I meet up with little miss Barnett for Sunday lunch on a beautiful, sunny day at the plough at huddlesford. Along with a just stepped out of a catalogue summer outfit (Barnett is one of my most stylish and wardrobe focussed friends), she is also sporting the most glorious, rich, golden tan.
I must know where she got it.
“It’s a combo of a couple of sessions on the sunbed and a fake bake spray on” she advises.
After tutting for several minutes about the use of sunbeds, we move on to the most important thing: that spray.
I need it in my life.
I’m not sure how I’ve lived without it up until now.
I stop at Barnett’s for the weekend and talk comes back to ‘that’ tan.
She offers to spray me, an offer I am so eager to accept that I have stripped off before she’s even finished asking the question.
The process seems impossibly simple: I stand on a towel while she sprays my arms in long, flowing movements leaving a beautifully fine coat of rich, golden tan. I waft my arms around to dry them and the process is repeated.
It is perfect.
I think I am Gisele.
Three weeks and six shops later, I give up hope of ever finding the tan myself and Barnett gets me some.
I skip to the bathroom, place the obligatory towel on the floor and prop a full length mirror up on the toilet.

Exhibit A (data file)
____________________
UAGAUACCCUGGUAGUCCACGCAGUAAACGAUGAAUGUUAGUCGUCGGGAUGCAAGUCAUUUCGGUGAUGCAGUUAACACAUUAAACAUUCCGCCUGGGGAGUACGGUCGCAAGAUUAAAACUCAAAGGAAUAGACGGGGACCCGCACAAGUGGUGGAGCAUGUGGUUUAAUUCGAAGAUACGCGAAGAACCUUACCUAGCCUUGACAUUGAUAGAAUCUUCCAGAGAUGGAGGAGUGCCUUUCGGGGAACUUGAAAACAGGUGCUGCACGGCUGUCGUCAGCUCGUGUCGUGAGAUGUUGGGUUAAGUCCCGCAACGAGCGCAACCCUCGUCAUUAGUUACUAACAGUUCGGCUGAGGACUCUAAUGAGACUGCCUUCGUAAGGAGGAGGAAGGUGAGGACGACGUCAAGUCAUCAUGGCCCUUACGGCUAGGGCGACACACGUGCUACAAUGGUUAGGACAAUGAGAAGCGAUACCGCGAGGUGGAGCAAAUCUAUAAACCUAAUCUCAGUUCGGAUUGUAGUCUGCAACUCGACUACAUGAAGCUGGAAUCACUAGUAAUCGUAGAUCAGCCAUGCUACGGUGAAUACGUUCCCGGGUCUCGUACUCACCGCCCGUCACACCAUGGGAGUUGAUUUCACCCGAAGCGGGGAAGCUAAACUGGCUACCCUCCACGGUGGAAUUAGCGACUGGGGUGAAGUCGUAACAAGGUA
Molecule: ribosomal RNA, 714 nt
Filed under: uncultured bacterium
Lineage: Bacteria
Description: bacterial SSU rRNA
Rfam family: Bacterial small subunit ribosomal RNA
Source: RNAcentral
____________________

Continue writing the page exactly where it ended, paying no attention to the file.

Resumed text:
I begin to spray.
Despite my best imitation of the long, flowing movements that Barnett used, I appear to be covered in patches of tan. Beautifully coloured patches, yes. But patches all the same.
I grab a tanning mitt and buff it in. Sorted. I go for another coat. And achieve more patches. I diligently buff. I turn around in the mirror and spray on more patches to cover up the white patches that I missed. Then buff.
It is a patch-and-buff-athon of epic proportions.
Exhausted and a little traumatised from what I had expected to be a simple and painless process, I glance around the room.
It is covered in tan.
Each and every surface in my bathroom is coated in a fine layer of pinkish spray.
No buffing required.
Just a full and comprehensive clean of every inch of the bathroom and every item in it.
Later that evening I attend my newest and most favourite gym class: boxercise. Elegantly dressed in a skin tight, bright white sports top, I thoroughly enjoy beating the living hell out of my opponents’ mitts along with having my own human punchbag experience when it is their turn to be Rocky.
Feeling elated with the immeasurable levels of serotonin flooding through my brain, I glance in the mirror at the boxercise machine that I have become.
Looking back at me is a profoundly sweaty woman.
Wearing a skin tight, bright white sports top covered in sweaty lines of bright orange tan that have melted through her top from her freshly bronzed skin.
I bet Gisele doesn’t have these problems.
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